The week before the holiday break, each one of our 9th grade classes walked from the school to the Dobbs Ferry Food Pantry, located within the South Presbyterian Church, with our donation items. The students were proud of their contributions and passionate about giving back.Upon entering the food pantry, we were welcomed by the volunteers, who gave us a tour and graciously accepted the donation items. The students learned about the number of people who benefit from the Dobbs Ferry Food Pantry and its many services. We left feeling uplifted by our service to the community, especially during the holiday season. We decided that we will be participating in another collection during the springtime.
Grade 10: Black Boy (@Mrs_Fahy)
While our 10th graders were reading Richard Wright’s memoir Black Boy, which chronicles his experiences growing up in a time of extreme poverty, hunger and racism in the Deep South, we discussed Richard’s hunger regularly in class. As Thanksgiving approached, the students came up with the idea that they would like to sponsor a Thanksgiving dinner for a local family in need. Other than selecting the recipients of the baskets, which was done anonymously through the guidance department, the students had ownership over the entire project from start to finish. We gave time in class for students to work in groups and collaboratively brainstorm items that the families may need. Unexpected contributions such as printing out word searches and coloring pages for children – things that don’t cost anything – helped ensure that all students could get involved. From there, individual students brought in items from home, donated money, made signs and printed out the themed crossword puzzles, word searches and coloring pages. Our project culminated with a field trip to our local Stop & Shop to shop for the remaining items together as a class. As one student reflected: “I enjoyed working with my classmates to achieve a common goal. Everyone was focused on achieving a common goal to create a good experience for the family.”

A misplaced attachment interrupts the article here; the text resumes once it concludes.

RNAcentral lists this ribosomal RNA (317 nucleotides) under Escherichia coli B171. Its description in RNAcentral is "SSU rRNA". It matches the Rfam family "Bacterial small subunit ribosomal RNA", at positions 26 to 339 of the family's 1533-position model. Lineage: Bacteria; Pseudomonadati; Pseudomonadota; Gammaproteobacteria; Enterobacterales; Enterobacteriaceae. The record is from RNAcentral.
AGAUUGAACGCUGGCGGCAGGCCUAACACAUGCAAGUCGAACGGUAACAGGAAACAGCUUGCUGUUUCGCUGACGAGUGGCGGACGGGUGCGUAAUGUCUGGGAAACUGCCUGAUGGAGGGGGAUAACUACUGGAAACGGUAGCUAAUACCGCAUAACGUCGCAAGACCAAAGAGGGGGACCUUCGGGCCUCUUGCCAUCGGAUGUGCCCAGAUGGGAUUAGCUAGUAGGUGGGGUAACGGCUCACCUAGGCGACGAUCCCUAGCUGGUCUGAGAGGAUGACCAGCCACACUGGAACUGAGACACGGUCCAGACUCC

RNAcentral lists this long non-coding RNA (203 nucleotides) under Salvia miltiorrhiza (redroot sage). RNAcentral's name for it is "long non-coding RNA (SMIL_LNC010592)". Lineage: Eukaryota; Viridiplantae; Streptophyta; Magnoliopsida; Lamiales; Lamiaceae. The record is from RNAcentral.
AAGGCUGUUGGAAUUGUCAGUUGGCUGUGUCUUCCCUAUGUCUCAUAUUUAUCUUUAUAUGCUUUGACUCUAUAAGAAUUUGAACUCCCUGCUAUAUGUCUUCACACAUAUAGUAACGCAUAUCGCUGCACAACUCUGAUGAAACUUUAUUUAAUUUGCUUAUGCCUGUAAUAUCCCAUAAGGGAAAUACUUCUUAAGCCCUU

The baskets looked wonderful were full of food and fun Thanksgiving treats. Both Ms. Cosgrove (@llcgrove) and I were very proud of the students’ efforts. A few days later, we asked students to write a reflection on the project and their experiences. One student said that “giving to a family in need made me feel like a really good person” and that the project we did together in class “brought everyone together and made people realize how lucky they are to be able to put food on the table and to spend time with family when others do not get the chance to do so.” Another student reflected that “the experience overall made me so happy” and that assignments such as these help us to “understand how our lives are very privileged compared to the lives of others.” Keeping these reflections in mind, we hope to incorporate and encourage more authentic Service Learning activities into future lessons.
Prior to winter break, our teachers met in grade level teams to brainstorm potential opportunities for service learning within our existing IB MYP/DP curriculum. Our grade level teams will reconvene next week to further develop those ideas while thinking about longer term interdisciplinary efforts that are aligned to the IB and our goals around service learning. The teachers at DFHS are a dynamic group of professionals who continue to push the instructional agenda at our school. It is through their effort, along with a school community that fully supports “IB for All,” that we find ourselves in the fortunate place of being able to focus our attention on an area such as service learning. The Dobbs Ferry “IB for All” story is one that continues to unfold, and service learning is simply a next step in our journey as we continue to develop compassionate and empathetic graduates who are prepared to make a positive difference in the world.